First Edition   ©2017


A Thematic Reader for Writers

Emily Isaacs (Montclair State University) , Catherine Keohane (Montclair State University)

  • ISBN-10: 1-319-00496-2; ISBN-13: 978-1-319-00496-5; Format: Paper Text, 478 pages

Toolkits for Reading and Writing

Chapter 3 features 80+ toolkit exercises that provide students with hands-on practice in areas like active reading, outlining, summarizing, evaluating arguments, planning, drafting theses, tackling revision, and much more. Organized in six simple-to-follow sections – Getting the Most Out of Reading, Generating Writing, Organizing Writing, Revising Writing, Following Writing Rules and Conventions, and Polishing Sentences—the toolkits are designed for use alongside assignments from the book, as stand-alone assignments, or in conjunction with any other material an instructor has chosen independently. 
 Focus on Academic Reading and Writing Instruction Fundamentals

The first two chapters provide the foundation of academic reading and writing, offering key terms and definitions, essential reading and writing strategies, and a walk-through of a student’s writing process, including brainstorming, drafting, and revision.
Carefully structured support for academic reading and writing in every thematic chapter

--All thematic chapters open with an image and an “Image Response” writing activity that get students thinking and writing about the topic immediately and connecting to prior knowledge;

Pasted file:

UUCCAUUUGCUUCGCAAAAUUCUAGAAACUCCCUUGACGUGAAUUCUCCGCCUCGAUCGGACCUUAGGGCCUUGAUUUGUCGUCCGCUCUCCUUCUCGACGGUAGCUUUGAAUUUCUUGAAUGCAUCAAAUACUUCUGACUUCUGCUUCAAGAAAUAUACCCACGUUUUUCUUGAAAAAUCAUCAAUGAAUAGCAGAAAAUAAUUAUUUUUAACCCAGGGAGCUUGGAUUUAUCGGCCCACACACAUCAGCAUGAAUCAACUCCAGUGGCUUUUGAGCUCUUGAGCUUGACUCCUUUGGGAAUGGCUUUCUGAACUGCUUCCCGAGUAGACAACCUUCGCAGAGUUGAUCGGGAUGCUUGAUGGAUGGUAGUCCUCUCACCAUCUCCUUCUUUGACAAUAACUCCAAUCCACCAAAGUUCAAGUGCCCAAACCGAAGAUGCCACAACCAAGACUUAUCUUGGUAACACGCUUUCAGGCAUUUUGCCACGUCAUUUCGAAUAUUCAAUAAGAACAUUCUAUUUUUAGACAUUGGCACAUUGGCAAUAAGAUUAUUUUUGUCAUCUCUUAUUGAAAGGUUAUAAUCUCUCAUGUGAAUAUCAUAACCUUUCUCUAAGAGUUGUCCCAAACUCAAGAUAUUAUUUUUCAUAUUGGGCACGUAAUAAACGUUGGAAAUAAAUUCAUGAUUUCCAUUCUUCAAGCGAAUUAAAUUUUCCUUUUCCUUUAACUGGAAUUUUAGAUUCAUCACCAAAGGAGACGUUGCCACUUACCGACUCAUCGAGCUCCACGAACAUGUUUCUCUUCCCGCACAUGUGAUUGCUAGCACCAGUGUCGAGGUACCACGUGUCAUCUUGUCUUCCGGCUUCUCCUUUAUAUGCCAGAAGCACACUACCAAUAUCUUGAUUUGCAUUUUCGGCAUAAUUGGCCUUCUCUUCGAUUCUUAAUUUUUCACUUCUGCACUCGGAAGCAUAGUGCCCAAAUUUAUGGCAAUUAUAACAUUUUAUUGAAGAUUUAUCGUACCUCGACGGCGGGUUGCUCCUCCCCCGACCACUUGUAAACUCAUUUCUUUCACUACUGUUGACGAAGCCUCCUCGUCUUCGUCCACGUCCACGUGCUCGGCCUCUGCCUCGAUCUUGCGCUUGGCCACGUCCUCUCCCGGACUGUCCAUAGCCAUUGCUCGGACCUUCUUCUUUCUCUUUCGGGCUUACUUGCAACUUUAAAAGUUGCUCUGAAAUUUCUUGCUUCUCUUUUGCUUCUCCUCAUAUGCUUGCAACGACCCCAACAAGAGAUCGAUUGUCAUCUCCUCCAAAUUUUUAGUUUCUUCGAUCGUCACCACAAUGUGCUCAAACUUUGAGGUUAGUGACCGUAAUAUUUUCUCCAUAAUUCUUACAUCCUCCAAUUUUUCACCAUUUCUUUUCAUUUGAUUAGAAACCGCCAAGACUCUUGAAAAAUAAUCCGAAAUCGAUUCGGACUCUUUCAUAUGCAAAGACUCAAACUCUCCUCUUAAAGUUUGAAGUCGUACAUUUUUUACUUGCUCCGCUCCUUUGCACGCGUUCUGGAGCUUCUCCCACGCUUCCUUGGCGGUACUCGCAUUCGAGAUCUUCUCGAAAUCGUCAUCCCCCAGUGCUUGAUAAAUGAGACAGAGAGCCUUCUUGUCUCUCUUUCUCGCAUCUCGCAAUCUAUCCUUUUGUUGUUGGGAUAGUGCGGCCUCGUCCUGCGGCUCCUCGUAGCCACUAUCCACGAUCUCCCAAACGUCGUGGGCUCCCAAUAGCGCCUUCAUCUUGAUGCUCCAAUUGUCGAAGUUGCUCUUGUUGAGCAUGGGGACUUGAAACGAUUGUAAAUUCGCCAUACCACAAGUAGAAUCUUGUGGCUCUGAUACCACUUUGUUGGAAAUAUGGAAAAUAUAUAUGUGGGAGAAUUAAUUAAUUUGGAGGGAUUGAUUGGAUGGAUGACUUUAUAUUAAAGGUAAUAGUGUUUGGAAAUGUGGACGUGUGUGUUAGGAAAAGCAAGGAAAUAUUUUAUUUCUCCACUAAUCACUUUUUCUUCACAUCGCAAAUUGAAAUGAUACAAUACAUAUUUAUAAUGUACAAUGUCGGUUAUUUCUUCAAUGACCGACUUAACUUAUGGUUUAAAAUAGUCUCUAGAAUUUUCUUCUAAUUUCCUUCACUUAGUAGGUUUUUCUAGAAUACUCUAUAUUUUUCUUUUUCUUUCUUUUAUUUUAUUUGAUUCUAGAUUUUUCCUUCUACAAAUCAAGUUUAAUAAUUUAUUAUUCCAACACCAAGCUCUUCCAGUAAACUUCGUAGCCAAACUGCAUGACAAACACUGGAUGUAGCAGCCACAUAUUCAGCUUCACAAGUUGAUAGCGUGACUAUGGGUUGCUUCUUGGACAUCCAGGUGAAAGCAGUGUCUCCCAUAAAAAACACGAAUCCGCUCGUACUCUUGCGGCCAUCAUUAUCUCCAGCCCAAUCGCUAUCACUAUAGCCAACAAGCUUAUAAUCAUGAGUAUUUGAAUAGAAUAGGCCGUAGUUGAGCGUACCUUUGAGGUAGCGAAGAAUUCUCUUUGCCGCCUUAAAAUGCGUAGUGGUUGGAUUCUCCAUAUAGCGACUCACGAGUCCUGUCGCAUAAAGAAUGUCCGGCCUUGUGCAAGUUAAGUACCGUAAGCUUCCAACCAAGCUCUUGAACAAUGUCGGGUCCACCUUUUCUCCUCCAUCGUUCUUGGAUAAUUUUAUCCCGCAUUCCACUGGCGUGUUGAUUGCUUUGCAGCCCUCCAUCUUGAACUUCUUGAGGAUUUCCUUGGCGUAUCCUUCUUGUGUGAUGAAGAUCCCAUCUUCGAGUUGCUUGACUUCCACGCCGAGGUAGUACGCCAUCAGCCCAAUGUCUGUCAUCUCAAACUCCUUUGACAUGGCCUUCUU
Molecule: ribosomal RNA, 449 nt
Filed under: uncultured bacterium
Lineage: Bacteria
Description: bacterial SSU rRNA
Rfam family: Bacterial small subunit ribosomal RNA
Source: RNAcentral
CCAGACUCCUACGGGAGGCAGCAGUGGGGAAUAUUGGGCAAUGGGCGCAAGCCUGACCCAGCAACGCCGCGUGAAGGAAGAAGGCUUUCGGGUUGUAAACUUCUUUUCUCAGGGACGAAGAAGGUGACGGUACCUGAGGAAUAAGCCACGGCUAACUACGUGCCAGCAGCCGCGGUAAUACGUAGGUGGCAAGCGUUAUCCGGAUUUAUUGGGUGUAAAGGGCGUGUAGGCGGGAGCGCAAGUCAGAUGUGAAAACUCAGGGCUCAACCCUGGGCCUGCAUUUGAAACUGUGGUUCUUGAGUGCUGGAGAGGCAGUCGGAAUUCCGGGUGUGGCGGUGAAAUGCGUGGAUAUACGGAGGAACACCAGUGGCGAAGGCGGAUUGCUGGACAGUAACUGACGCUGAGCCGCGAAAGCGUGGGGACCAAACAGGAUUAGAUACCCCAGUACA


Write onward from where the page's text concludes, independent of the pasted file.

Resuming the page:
--The thematic chapter Introductions not only offer context and background, but also model academic source-based writing by including a Works Cited list and incorporating and quoting sources as needed;

--Before You Read activities prompt students to start thinking about the topic early, giving them an entry point into the reading;

--Headnotes about the author provide important biographical context for the readings;

--As You Read tasks help students focus as they read, asking them to underline, highlight, and make lists as they go, fostering active reading skills;

--Marginal glosses explain vocabulary and cultural references that may be otherwise inaccessible to students of various backgrounds and ages;

--Mapping the Reading questions focus on reading comprehension and rhetorical analysis, ensuring that students have grasped the main ideas of what they’ve just read;

--Discussing and Thinking Critically about the Reading questions prompt students to think more deeply about the selection and related issues, connect with their own ideas, and frequently refer them back to the As You Read activities to identify evidence for their positions on what they’ve read; and

--Navigating the Intersections writing assignments require students to investigate connections between selections and research related topics.
Model Student Writing
The Appendix provides five sample student essays, each illustrating a different genre and fully annotated to show writing strategies and conventions, including updated MLA citation style.